Then we moved to another table where we prepared the corn on the cob in foil with olive oil, and spices, wrapped it tightly, and with a sharpie marker named what harvest we are claiming for our sustenance. Around the fire pit we claimed aloud that harvest to raucous cheers and “so mote it be’s! Then stomped around the mill deosil chanting and cheering to empower them.
Lord and lady of Harvest Field….
Former selves to fires we yield.
We are nourished by your corn…
So stronger witches may be born.
When we directed all that power inward to the corn, you could hear it sizzling and popping…it smelled delicious! And we knew that the work was GOOOOOOD! I wish I had a picture of all those magickal parcels on that bed of coals, but there’s no time for cameras while the powers are flowing.Then we focused on the corn dolls in our hands, we turned and stomped the wheel down, widdershins, empowering our sacrifices and toils to bring home the next two harvests. Here is the funny part, but one I thought was effective: Not having a particular tune in mind for these chants that we’d written, I realized the rhythm worked to the old army marching cadence of call and response… you know the one: Sound off! one, two. Sound off! three, four… Lugh is a warrior, and this is a warriors marching song now!
This I make in sacrifice
And for this work I ask no price.
To Goddess and God I pledge this deed
That it may help fulfill a need.
Sound OFF! So mote it be!
Sound OFF! So mote it be!
Sound OFF! So mote it be!
We will keep these dolls on our altars until Samhain, and then as we fully release our former selves and the God to the underworld, we will incorporate them in a large effigy that we burn like a funeral pyre. I’m trying to always have some “take away” crafting that we bring back to use at a future sabbat.
Consuming the Delicious Magick
After we closed the circle, we pulled the corn on the cob packets off of the coals with tongs, and took them back to the kitchen. We all sat around our feast table, opened our packets, and they were perfect. Once more, we focused on what it represented, and that we could integrate these new blessings and be sustained for the coming work.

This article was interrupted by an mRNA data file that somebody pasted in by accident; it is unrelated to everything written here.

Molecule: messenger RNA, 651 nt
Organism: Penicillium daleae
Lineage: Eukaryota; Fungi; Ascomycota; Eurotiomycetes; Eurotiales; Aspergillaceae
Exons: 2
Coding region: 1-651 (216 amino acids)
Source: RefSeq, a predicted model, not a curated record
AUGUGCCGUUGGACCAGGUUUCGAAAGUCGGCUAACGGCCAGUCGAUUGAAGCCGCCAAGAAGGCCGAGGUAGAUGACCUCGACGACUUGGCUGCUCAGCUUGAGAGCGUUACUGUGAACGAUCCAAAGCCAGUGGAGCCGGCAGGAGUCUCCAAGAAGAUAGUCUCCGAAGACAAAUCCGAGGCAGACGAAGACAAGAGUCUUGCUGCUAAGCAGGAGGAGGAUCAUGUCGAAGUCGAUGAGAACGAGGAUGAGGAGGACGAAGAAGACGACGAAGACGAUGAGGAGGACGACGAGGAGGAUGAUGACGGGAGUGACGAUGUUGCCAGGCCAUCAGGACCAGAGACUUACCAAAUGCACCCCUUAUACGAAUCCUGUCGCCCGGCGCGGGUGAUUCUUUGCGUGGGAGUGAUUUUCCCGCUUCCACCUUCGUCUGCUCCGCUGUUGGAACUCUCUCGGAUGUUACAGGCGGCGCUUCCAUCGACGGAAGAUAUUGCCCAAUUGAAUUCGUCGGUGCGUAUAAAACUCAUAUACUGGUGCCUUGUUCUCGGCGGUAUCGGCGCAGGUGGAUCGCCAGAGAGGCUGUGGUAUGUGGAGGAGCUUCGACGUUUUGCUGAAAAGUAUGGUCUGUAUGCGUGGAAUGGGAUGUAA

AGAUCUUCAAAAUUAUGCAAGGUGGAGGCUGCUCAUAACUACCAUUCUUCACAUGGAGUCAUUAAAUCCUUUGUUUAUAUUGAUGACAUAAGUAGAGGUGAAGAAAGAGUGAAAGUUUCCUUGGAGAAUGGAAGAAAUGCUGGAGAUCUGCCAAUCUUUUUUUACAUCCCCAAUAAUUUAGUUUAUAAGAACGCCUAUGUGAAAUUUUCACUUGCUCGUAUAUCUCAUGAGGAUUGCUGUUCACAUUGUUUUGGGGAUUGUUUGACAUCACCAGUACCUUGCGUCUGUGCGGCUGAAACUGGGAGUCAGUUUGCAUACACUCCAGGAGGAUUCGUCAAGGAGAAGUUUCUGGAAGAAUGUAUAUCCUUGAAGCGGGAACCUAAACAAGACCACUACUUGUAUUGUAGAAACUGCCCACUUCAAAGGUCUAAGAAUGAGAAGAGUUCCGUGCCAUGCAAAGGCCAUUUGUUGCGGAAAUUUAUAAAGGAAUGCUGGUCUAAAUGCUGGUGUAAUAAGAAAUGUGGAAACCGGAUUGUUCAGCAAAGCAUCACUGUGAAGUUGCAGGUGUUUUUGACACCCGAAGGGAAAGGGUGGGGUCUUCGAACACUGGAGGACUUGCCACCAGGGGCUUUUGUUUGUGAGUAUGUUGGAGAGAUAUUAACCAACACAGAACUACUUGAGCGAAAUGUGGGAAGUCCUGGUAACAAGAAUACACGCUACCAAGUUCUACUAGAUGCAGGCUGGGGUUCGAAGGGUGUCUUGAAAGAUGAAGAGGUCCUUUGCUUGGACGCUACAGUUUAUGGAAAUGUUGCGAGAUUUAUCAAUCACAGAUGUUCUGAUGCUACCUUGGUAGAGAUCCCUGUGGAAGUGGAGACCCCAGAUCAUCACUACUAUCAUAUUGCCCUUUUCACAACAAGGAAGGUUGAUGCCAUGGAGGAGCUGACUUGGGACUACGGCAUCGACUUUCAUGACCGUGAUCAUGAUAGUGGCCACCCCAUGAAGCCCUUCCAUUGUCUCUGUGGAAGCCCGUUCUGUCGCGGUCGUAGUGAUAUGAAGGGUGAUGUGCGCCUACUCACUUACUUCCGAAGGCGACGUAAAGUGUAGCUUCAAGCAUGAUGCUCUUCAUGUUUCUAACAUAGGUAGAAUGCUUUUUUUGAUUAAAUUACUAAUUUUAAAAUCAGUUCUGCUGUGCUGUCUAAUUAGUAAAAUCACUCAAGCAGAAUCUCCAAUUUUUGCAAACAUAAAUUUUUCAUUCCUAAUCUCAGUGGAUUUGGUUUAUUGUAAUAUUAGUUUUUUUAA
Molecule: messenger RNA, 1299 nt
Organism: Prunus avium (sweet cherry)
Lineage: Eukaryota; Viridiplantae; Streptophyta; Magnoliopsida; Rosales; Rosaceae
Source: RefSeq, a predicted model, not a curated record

Coven = Family
As we sat around chatting and feasting on corn, I expressed how glad I was to see one of our members, who was sitting next to me. He now lives in Raleigh and so isn’t able to make it to our events as much as he’d like. I told him what a joy it always was for me to know he’d be there, to see his majestic self there in circle with me. He has such an effervescent energy and I think he’s fabulous. All our witches are fabulous in unique and diverse ways. We are now living all over eastern NC from Raleigh to the Crystal Coast beaches, so getting together means we all make a big effort.
I wanted to make sure he knew that he was dearly missed when he was unable to make it. “Really?” He said. “That makes me feel so good to know you want me. That is the best part of being in a coven, knowing that people accept you and are happy when you are around.”
I couldn’t agree more. That conversation was the perfect cap to a perfect day. We each drove upwards of an hour to be there, and so as I made my way home through those dark country roads late last night, I reflected on the previous 11 hours I’d spent at this marvelous celebration. Gratitude was my main feeling…and all the warm fuzzies that go with being tired and dirty from “playing outside,” feeling loved, aching from laughing so hard, and successful in our devotions and magick, surrounded by excellent witches.
We’ve done the good work once more, and lived to tell the tale! HUZZAH!
Keep pure your highest ideal, strive ever towards it
My other thought was that when I was a kid, an 11 hour long Baptist church event would have felt like endless torture, because I never did feel accepted among that congregation. But I can’t get enough of this Coven and witchcraft. I see people on-line commenting about how the drama and politics of bad covens in their past have chased them into permanent solitary exile. I’m really sorry that happens so often.
I’ve been in a coven that bullshit ego-conflict and politics ruined, too. It was really devastating, but after a break, I tried again. Don’t let that turn you aside; keep pure your highest ideals, and keep striving to create the loving family coven you really enjoy. It is possible, with the right people, and the right attitude, and lots of worthwhile effort.
I hope you all find the same satisfaction this Sabbat.
Merry meet, merry part, and merry meet again!